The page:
under this order will be taxed 50 per cent. more than Southern men of their class and means.
The refugees at Cave in Rock will be invited and means of transportation provided to Smithland or Paducah.
These contributions will be collected as far out as the military arm can securely extend, and at these distant points will be assessed and collected without the intervening of time between assessment and collection.
Commanding officers at Paducah, Ky., and Cape Girardeau, Mo., are particularly charged with the execution of this order.
By order of Brigadier General U. S. Grant:
JNO. A. RAWLINS,
LEBANON, KY., December 28, 1861.
Brigadier General BUELL, Louisville, Ky.;
Colonel Bramlette writes at 7 p. m. last evening confirming his report of yesterday, that the enemy are at Jamestown, about 3,000 strong. Shall I move down to Columbia to Bramlette's aid? One brigade might be moved and let supplies follow.
GEO H. THOMAS,
Brigadier-General, U. S. Volunteers.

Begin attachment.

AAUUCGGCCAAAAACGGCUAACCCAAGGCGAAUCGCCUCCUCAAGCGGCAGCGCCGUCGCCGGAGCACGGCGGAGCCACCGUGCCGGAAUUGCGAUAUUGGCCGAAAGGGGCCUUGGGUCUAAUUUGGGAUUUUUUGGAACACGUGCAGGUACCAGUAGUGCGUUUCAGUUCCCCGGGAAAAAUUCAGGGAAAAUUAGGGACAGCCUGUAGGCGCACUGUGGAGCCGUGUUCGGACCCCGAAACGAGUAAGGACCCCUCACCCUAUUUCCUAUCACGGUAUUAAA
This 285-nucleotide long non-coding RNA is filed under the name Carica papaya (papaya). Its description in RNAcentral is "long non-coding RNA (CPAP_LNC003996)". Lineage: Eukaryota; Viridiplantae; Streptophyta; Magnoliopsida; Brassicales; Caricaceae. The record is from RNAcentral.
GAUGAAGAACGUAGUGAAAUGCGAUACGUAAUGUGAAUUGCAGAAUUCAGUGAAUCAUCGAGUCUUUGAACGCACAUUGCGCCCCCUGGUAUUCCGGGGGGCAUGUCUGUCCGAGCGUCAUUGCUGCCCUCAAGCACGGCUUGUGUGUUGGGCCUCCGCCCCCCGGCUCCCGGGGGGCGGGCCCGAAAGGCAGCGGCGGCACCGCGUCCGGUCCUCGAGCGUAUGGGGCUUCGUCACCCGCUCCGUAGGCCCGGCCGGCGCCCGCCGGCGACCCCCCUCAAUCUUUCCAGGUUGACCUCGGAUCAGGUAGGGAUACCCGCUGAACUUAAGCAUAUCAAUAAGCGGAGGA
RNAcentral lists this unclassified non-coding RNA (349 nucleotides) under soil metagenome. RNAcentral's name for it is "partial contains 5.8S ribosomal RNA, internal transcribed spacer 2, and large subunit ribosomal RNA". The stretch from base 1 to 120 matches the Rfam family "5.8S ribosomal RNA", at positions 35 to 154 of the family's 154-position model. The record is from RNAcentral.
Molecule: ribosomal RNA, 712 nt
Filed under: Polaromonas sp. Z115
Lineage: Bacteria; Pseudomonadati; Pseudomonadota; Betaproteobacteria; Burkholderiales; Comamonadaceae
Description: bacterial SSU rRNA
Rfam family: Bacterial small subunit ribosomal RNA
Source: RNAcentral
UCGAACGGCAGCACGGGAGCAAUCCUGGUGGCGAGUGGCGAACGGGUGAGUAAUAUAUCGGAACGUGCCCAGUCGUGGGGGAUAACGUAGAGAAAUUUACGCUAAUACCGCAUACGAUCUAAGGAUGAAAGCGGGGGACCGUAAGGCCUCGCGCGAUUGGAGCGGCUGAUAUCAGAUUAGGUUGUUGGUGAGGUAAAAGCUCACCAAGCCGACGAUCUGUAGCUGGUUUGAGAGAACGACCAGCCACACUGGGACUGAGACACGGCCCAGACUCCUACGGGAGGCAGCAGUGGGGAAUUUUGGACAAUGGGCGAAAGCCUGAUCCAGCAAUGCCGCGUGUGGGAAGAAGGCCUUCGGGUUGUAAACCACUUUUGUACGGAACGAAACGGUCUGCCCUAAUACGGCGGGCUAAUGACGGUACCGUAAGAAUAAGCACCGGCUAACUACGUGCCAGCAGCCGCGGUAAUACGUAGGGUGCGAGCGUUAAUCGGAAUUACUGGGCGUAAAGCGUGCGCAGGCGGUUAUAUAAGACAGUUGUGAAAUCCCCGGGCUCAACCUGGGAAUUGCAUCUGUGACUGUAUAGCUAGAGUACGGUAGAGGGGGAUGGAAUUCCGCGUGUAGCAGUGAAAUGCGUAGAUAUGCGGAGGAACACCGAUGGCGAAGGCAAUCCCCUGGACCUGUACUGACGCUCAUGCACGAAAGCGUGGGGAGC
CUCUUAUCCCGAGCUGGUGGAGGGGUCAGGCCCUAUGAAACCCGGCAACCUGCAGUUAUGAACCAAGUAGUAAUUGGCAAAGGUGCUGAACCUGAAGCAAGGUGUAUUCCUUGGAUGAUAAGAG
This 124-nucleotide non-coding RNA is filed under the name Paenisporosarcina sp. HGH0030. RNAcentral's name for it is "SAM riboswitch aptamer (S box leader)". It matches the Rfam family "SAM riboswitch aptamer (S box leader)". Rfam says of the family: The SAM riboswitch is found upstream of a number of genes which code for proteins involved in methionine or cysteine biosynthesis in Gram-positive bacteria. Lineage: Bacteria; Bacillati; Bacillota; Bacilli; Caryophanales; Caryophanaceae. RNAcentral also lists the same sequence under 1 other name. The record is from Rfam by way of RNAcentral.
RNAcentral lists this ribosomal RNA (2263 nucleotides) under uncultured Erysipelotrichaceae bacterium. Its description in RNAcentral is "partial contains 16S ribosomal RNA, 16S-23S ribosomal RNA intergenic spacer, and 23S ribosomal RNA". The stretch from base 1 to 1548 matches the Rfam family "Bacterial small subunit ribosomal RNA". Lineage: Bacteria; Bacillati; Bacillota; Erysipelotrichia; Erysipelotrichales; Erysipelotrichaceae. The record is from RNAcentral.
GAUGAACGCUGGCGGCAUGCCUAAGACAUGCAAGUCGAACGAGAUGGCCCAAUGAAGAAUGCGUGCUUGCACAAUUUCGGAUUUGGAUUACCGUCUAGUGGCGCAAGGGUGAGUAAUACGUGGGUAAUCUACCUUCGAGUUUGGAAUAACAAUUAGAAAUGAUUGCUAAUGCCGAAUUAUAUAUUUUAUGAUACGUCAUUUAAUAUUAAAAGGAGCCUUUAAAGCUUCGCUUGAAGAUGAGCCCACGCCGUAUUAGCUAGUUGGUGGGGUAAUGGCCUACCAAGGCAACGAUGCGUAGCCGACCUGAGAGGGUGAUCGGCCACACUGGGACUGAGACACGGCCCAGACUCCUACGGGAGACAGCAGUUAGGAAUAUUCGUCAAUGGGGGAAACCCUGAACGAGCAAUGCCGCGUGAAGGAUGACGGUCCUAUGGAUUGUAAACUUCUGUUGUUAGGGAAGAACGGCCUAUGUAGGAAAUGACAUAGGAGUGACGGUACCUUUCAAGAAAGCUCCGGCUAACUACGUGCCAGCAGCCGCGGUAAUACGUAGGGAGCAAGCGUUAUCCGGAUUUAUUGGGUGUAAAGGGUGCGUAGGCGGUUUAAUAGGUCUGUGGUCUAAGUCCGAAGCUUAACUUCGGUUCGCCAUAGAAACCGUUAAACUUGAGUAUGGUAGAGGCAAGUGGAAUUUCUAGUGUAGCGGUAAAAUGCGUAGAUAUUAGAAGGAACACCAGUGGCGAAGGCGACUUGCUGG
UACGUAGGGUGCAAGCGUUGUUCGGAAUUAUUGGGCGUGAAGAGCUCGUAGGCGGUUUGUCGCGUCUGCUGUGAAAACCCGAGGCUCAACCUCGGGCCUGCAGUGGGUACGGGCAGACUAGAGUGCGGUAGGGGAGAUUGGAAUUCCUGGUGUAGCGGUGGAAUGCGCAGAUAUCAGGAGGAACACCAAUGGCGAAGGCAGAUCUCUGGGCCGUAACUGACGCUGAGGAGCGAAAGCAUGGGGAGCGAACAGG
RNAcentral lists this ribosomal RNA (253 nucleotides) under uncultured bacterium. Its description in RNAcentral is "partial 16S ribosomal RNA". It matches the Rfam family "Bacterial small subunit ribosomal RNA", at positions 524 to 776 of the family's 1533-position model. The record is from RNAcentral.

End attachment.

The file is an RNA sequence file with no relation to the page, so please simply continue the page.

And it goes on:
LOUISVILLE, December 28, 1861.
(Received Lebanon, December 28, 1861.)
General THOMAS, Lebanon:
Yes, go on, not to his aid, but to the object we discussed; that is what I want done, and to be entirely successful it must be conducted with secrecy and without any tarrying on the road.
Order supplies to be purchased there as well as sent.
D. C. BUELL,
CAMP BOYLE, December 28, 1861.
General GEORGE H. THOMAS:
The pickets sent out bring in the news that the rebels have fallen back from Jamestown 7 miles, having been frightened by the picket fight at Jamestown, by the impression that the forces here were hear Jamestown and in front of their movement.
They will now most likely recross to the south side of the river at Mill Springs, being in 7 miles of that crossing, which is in their possession. The are evidently greatly disturbed by their position, and I think it very probable will now retire, by the same route they came into Kentucky. That thy are retreating or about to don so I am well satisfied from the accounts I get of their recent acts in Clinton. They are now seizing everything they can carry off. The inhabitants are fleeing from before their marauding parties, that devastate as they go. This is an evidence of their retiring, being the course pursued by them as they leave. The forces that were at Jamestown are the same that composed the advance guard when they first invaded Kentucky, viz, Stanton and Murray's regiments, with the addition of McRea's regiment of cavalry